Role and Importance of NS1 Protein of Avian Influenza Virus to Grow in the Presence of Interferon and Evaluation of the NS1 Mutant Viruses as Potential DIVA Vaccines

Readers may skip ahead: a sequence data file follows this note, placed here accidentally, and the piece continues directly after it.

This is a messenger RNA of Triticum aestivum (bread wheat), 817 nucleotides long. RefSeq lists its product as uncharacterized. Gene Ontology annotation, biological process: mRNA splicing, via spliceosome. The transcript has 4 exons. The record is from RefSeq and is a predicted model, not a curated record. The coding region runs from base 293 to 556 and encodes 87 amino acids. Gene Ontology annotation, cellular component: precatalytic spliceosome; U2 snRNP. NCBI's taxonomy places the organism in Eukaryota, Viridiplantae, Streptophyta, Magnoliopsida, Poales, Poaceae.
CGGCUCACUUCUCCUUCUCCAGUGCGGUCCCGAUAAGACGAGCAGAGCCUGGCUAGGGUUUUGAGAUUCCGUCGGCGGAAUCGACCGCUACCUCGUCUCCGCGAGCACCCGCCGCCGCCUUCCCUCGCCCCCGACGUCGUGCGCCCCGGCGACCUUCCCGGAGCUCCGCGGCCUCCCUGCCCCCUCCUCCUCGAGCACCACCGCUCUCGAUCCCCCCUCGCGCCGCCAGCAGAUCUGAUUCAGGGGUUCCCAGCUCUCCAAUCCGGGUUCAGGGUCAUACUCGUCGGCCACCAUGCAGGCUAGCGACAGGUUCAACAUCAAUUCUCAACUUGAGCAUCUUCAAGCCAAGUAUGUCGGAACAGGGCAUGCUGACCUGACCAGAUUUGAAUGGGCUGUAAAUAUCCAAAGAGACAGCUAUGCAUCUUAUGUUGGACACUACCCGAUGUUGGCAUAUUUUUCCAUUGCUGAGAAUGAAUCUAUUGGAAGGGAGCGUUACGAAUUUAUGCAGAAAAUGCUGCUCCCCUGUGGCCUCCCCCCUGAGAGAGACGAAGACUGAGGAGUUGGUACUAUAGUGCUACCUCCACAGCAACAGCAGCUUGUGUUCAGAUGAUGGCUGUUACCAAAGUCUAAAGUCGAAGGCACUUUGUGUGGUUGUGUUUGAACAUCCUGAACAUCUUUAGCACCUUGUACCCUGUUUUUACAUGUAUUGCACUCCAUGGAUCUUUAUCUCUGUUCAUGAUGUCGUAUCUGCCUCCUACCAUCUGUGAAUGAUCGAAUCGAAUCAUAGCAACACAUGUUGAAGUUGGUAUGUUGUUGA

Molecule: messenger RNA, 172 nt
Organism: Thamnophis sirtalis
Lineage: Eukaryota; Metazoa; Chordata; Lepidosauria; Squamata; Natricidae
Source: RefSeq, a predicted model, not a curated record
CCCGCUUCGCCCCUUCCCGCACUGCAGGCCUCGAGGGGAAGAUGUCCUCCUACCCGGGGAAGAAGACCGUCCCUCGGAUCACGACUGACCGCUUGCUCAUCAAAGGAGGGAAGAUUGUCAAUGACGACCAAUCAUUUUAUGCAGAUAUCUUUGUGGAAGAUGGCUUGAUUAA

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A proper vaccination program can play a critical role in prevention and control of avian influenza (AI) in commercial poultry. Low pathogenic avian influenza viruses (LPAIV) of H5 and H7 AI subtypes cause serious economic losses to the poultry industry and have the potential to mutate to highly pathogenic AI (HPAI) strains. Due to trade implications, differentiation of infected from vaccinated animals (DIVA) is an important issue in the control of AI. Therefore, the development and characterization of vaccine candidates with DIVA properties is critical in improving vaccination programs. Keeping these aspects in mind, we investigated the role of an NS1 mutant virus as a potential live attenuated DIVA vaccine. The NS1 protein of influenza virus plays a major role in blocking the host's antiviral response. Using an eight-plasmid reverse genetics system, we recovered the low pathogenic parental (H5N3) and NS1 mutant (H5N3/NS1/144) viruses. H5N3/NS1/144 expresses only the first 144 amino acids of the NS1 protein compared to the 230 of the parental H5N3. The growth properties of H5N3 and H5N3/NS1/144 were compared in cell culture and in different age embryonated chicken eggs. Our results confirmed that NS1 is involved in down regulation of interferon as shown by IFN-beta mRNA expression analysis and by the inability of H5N3/NS1-144 to efficiently grow in older age, interferon competent, chicken embryos. However with regards to safety the virus reverted to virulence within five back passages in chickens and was therefore not a safe vaccine candidate. However the killed form of H5N3/NS1-144 was a safer alternative and it also induced antibody titers and protection not significantly different from the parental H5N3 as vaccine. To further understand the reversion of H5N3/NS1/144 to virulence, we carried out 3 independent serial passages of H5N3/NS1/144 in increasing age of embryonated chicken eggs and examined the NS1 gene for presence of mutations. RT-PCR and sequence analysis of the NS gene in all three lineages showed the presence of a 54 amino acid deletion resulting in the generation of a 87 amino acids long NS1 ORF with a point mutation (L80V) at the site of deletion. In addition, the NS1 ORF in lineages L2 and L3 presented two additional point mutations in the RNA binding domain (Q40R and T73M). To determine if these mutations played a role in increased virulence, recombinant viruses expressing these mutant NS1 proteins in the background of parental virus were generated by reverse genetics and their replication properties and pathogenicity was examined in vitro, in ovo and in vivo systems. Our results showed that the 87 amino acid long NS1 protein clearly increased virus replication and virulence specifically in interferon competent systems. In addition, the two point mutations in the RNA binding domain of NS1 ORF expressing 87 a protein slightly increased the virus virulence. Overall this study reinforces the role of NS1 in influenza virus pathogenicity and supports the use of killed inactivated NS1 mutant virus vaccines as potential DIVA vaccines.